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Lecture 14

Lecture 14 - Hearing

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University of Toronto St. George
Michelle French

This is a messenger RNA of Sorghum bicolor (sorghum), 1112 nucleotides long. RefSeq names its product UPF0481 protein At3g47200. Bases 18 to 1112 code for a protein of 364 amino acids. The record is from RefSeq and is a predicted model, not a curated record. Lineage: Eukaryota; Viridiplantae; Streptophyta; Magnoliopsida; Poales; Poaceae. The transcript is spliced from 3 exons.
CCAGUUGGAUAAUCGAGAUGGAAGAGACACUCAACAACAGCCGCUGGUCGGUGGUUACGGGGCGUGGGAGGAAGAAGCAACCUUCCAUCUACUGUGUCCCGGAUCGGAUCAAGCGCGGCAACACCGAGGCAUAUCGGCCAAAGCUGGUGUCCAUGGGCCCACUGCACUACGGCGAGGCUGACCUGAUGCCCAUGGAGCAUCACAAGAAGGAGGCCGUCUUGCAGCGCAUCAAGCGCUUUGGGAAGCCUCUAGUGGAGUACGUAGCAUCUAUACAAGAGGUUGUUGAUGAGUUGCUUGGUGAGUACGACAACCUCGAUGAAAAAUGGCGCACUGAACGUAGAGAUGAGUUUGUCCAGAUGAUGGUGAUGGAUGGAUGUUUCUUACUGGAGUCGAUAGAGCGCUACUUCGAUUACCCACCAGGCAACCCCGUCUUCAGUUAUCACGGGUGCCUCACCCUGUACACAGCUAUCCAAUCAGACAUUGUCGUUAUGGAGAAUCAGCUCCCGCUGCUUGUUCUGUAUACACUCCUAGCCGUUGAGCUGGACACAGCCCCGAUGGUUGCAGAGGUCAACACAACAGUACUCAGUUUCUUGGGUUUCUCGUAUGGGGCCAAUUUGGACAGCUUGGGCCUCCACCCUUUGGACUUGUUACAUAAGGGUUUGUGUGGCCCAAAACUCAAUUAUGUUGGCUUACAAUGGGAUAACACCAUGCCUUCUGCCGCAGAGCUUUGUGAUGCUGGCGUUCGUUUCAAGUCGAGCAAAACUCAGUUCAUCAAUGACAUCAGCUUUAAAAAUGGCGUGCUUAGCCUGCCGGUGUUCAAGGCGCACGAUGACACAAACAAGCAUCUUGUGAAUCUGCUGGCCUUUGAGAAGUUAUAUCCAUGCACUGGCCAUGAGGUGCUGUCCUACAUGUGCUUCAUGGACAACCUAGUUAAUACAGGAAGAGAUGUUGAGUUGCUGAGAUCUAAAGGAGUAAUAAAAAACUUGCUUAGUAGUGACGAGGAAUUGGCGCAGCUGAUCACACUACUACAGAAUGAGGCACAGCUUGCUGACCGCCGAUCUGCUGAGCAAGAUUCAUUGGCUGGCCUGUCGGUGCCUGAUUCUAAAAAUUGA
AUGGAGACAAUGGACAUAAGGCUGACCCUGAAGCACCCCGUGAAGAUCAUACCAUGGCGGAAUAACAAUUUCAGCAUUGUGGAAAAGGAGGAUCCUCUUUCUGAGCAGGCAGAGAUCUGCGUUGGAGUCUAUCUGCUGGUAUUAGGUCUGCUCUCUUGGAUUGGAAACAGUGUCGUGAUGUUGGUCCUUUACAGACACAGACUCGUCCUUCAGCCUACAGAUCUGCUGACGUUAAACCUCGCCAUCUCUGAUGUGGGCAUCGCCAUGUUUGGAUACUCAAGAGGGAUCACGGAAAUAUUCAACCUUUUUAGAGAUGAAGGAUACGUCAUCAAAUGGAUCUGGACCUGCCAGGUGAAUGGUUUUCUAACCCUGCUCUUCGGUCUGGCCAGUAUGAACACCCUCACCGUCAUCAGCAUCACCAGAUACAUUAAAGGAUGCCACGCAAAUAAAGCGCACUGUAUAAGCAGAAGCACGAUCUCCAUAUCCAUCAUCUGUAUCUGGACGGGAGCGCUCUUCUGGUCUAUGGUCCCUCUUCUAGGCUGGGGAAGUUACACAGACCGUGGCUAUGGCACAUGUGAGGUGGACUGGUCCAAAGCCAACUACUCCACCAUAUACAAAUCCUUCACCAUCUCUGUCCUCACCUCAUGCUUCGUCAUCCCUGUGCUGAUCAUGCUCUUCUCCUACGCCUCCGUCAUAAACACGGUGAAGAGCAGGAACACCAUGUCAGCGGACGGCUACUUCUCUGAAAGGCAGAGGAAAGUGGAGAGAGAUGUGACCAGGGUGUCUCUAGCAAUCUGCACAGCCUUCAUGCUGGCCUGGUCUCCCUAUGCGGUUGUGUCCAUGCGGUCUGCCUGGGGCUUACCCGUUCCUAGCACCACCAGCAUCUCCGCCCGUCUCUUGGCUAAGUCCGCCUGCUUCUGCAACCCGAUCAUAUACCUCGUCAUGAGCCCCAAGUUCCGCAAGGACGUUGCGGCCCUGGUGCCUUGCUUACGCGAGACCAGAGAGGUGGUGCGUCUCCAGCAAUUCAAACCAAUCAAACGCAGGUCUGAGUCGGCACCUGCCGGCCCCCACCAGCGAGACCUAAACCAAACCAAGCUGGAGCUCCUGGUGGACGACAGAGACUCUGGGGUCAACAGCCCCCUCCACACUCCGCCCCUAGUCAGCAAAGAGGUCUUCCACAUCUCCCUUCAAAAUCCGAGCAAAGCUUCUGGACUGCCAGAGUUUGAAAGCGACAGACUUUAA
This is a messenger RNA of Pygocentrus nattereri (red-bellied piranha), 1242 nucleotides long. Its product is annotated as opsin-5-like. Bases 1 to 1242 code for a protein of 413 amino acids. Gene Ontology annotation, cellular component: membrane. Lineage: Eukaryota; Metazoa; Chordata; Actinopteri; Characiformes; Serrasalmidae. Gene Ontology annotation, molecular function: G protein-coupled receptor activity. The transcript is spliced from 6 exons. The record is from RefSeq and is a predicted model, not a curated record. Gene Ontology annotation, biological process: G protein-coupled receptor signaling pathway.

PSL300H1F L14; Oct. 14, 2011 endolymph-filled chamber sitting on top of basal membrane dividing cochlea into upper and lower where pressure pulses exterted oval window in upper chamber must have output for compressed fluid pressure flexible wall of round window w ossicles pressure pulse thru upper and lower (output at bottom) chambers filled w perilymph directs pressure across membrane distortion in basal membrane deflection of hair cells depolarization mechanical properties natural resonance of basal membrane different depending on where close to windows, stiff membrane so high natural freq to oscillate at; ~20,000hz; goes to window instead of fluid, max vibration at window Mechanoreceptor system broad at other end, very flexible, much lower Hair receptors problem is mechanical - stimulus = natural freq, as high; 30-50hz; goes thru all fluid seq of pressure pulses in air collected in auditory for max vibration at apex of basal membrane canal so membrane tuned to dif freqs Problem = must amplify pressure exterted on cochlea to maintain in fluid which is denser than Traveling wave (5 kHz) air maximally displace basal membrane at Middle ear mechanics particular pt Tympanum vibrates with sequence of sound pressure relative to window pulses (in air) area lever system of ossicles amplifies pressure on rest of membrane tympanum 22-fold by apex amplified pressure exerted on oval window of cochlea unaffected, (filled with fluid) 200 Hz Tone max distortion towards apex all membrane, most is affected since pressure pulses travel all the way thru cochlea to this pt note theres a connection at middle, air chamber connected to back of pharynx to allow for equalization of pressures across tympanum ex. Swallow to equalize pressure very sensitive hair cells sitting on top of basal membrane, extends shell curled up dif chambers throughout length of cochlea preferred freq at dif locations overlayed by flap of tissue tectorial membrane, cilia embedded axons of afferents collect in bundles, ganglion in wall of cochlea spiral ganglia cranial nerve bending affects opening of ion channels Hair cell amplification hair cells divided in two cells outer most numerous inner when outer hair cells depolarized contract pull separated by A-frame scaffold frame work, rod support on framework basal membrane bulges downward extension into reticular lamina, cilia stick thru to exaggerates vibration; good to amplify weak signals embed in tectorial membrane dont always have weak sounds, need mechanism for protecting hair cells from loud sounds efferents originate from within brainstem signals sent to cochlea adjusting sensitivity of hair cells inhibitory: so hyperpolarizing outer hair cells so dont contract as much so not amplifying the signal Olivocochlear Efferents 2 types
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